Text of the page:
This report considers the measures that have been and might be undertaken to promote environmental co-benefits from REDD. Such measures may be linked to decisions on financing. The report surveys the measures that are found in existing REDD initiatives, including in the proposed UNFCCC REDD mechanism itself. It considers the options and opportunities for how these measures might be amended and developed in the future.Resource Type: Reports
This paper provides an overview of the issues surrounding and opportunities for achieving ‘multiple benefits’ from Reducing Emissions from Deforestation and Forest Degradation in developing countries (REDD). The UN‐REDD Programme understands the term ‘multiple benefits’ to include both the ecosystem and social benefits of REDD.
It is an output of the International Support Functions component of the UN‐REDD Programme, relating specifically to the development of output 3.2: ‘Tools to encourage the capture of ecosystem service co‐benefits developed’,focussing on the ecosystem aspects of multiple benefits.Resource Type: Reports
This report is a contribution to the UN’s International Year of Biodiversity and is a complement to the UNEP-hosted Economics of Ecosystems and Biodiversity (TEEB) which is bringing visibility to the wealth of the world’s natural capital. It documents over 30 successful case studies referencing thousands of restoration projects ranging from deserts and rainforests to rivers and coasts. The report confirms that restoration is not only possible but can prove highly proftable in terms of public savings; returns and the broad objectives of overcoming poverty and achieving sustainability. It also provides important recommendations on how to avoid pitfalls and how to minimize risks to ensure successful restoration.Resource Type: Reports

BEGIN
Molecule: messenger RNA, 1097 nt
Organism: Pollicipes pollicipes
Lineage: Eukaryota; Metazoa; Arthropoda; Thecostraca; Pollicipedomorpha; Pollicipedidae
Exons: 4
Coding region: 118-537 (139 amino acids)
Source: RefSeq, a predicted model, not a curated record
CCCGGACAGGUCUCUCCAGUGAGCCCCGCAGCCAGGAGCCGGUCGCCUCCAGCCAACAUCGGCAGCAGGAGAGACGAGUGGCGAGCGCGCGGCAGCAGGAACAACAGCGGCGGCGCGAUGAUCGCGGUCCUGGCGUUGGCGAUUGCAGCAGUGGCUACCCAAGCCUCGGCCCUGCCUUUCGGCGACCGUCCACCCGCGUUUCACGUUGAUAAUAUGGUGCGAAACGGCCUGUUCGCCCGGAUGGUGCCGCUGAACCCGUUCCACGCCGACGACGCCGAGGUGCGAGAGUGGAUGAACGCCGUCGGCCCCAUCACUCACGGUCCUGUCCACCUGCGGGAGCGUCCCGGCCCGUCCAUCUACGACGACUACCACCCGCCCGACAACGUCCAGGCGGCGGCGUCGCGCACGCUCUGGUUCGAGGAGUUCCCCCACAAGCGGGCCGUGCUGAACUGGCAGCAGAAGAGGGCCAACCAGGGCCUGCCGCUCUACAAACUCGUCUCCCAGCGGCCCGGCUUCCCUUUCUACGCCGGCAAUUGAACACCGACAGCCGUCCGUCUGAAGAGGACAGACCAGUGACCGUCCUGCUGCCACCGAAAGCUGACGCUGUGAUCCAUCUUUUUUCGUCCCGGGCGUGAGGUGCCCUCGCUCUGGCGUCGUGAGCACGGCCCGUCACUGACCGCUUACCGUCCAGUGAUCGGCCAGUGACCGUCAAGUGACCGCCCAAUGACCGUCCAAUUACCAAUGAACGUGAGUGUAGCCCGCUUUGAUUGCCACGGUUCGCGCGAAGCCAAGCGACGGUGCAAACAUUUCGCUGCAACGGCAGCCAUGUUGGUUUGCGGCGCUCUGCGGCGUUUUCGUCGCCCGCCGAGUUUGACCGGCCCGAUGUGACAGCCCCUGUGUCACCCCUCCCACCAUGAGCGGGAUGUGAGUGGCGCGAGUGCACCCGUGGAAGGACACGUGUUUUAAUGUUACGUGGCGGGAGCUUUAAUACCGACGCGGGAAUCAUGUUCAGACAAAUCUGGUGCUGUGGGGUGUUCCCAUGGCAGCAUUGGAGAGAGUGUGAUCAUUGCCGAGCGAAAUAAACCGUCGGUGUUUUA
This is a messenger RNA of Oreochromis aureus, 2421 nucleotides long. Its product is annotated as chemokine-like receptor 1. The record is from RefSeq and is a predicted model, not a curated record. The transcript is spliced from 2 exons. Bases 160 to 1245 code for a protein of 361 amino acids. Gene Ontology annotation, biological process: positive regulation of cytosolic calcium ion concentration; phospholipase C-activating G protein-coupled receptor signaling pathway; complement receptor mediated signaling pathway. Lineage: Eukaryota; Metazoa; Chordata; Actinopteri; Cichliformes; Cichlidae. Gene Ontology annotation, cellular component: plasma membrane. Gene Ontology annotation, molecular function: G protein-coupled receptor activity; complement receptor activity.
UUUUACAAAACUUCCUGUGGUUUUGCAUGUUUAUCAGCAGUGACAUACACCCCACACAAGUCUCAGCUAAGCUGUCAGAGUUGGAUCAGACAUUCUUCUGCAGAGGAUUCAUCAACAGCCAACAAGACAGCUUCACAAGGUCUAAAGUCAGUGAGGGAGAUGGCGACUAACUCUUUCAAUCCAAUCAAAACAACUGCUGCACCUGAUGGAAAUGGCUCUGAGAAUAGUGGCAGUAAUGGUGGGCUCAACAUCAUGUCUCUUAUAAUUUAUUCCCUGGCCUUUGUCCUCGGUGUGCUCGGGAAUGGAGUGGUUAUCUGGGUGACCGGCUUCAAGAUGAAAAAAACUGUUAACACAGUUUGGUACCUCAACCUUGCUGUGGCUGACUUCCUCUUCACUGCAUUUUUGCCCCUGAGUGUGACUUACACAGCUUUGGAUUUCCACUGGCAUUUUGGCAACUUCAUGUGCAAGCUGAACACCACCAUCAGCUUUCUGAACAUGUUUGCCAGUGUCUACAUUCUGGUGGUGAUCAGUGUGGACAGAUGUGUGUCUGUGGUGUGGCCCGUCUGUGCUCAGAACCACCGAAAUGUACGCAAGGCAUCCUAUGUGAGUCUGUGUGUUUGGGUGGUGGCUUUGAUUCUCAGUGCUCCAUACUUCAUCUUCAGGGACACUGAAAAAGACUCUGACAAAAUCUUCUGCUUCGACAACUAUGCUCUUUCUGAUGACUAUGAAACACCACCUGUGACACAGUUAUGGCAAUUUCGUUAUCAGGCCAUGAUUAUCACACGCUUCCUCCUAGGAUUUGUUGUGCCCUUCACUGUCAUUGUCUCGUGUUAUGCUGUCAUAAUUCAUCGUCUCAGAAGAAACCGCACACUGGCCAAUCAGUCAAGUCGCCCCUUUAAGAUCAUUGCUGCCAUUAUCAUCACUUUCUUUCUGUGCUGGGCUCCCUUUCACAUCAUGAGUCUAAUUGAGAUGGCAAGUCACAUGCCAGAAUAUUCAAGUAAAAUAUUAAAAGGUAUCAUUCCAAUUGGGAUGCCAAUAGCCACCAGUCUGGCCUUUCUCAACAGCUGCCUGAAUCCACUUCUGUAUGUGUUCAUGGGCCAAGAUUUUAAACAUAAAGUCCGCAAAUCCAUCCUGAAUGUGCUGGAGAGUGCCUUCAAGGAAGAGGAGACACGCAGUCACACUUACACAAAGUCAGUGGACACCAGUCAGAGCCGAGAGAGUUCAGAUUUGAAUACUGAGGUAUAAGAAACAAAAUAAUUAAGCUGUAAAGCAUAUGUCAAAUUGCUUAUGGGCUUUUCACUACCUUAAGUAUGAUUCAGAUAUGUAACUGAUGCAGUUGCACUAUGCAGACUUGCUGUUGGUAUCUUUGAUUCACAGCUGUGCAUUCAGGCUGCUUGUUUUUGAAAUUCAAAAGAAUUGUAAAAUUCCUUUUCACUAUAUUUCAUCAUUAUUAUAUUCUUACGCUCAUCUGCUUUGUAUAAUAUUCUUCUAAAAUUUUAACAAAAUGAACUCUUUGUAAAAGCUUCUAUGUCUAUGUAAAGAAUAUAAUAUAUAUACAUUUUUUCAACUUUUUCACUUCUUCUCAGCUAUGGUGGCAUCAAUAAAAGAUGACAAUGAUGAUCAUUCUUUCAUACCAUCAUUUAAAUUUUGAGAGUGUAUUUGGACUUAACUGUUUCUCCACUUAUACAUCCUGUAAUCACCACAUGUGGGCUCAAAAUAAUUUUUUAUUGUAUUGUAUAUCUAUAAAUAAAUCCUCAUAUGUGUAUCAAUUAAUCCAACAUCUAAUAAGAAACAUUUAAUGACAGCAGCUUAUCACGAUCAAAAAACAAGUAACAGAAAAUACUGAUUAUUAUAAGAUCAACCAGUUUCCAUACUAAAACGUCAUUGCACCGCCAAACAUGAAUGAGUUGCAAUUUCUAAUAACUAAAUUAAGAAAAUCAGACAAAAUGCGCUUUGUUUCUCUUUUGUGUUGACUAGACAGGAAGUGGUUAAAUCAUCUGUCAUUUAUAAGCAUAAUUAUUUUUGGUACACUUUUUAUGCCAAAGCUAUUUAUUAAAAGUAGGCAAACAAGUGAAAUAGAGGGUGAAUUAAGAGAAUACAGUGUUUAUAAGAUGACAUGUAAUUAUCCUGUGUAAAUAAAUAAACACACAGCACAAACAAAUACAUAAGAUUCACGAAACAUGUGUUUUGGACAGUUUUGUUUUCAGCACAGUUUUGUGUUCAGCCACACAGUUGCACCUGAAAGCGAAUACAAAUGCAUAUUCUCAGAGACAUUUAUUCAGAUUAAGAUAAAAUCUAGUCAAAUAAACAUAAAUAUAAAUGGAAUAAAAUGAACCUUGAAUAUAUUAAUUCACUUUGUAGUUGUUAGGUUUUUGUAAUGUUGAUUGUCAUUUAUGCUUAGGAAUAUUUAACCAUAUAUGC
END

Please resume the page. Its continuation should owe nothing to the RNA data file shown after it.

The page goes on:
The conservation of world forests is an important measure in order to address the ever-worsening consequences of climate change. Tanzania has over 34 million hectares of forests and woodland habitats (more than 30% of the whole country). This report concludes that REDD strategies in Tanzania should be integrated with, and improve upon, current conservation strategies.Resource Type: Reports
Analyses of the spatial relationships between carbon, co-benefits and socio-economic context can support planning and decision-making at national and sub-national scales. When such spatial analyses are based on data developed at an appropriate scale, done in consultation with a wide range of stakeholders, they can help to prioritise among the different benefits and services under consideration and the actions that might best deliver them.
Ecuador is a country with high forest cover and very high biodiversity. However, Ecuadorian forests are under pressure from deforestation and resource exploitation. The government is addressing the issue by planning for a high quality REDD+ mechanism that maximises benefits for the climate, the environment and people. This report presents the result of spatial analyses to support this planning process.Resource Type: Reports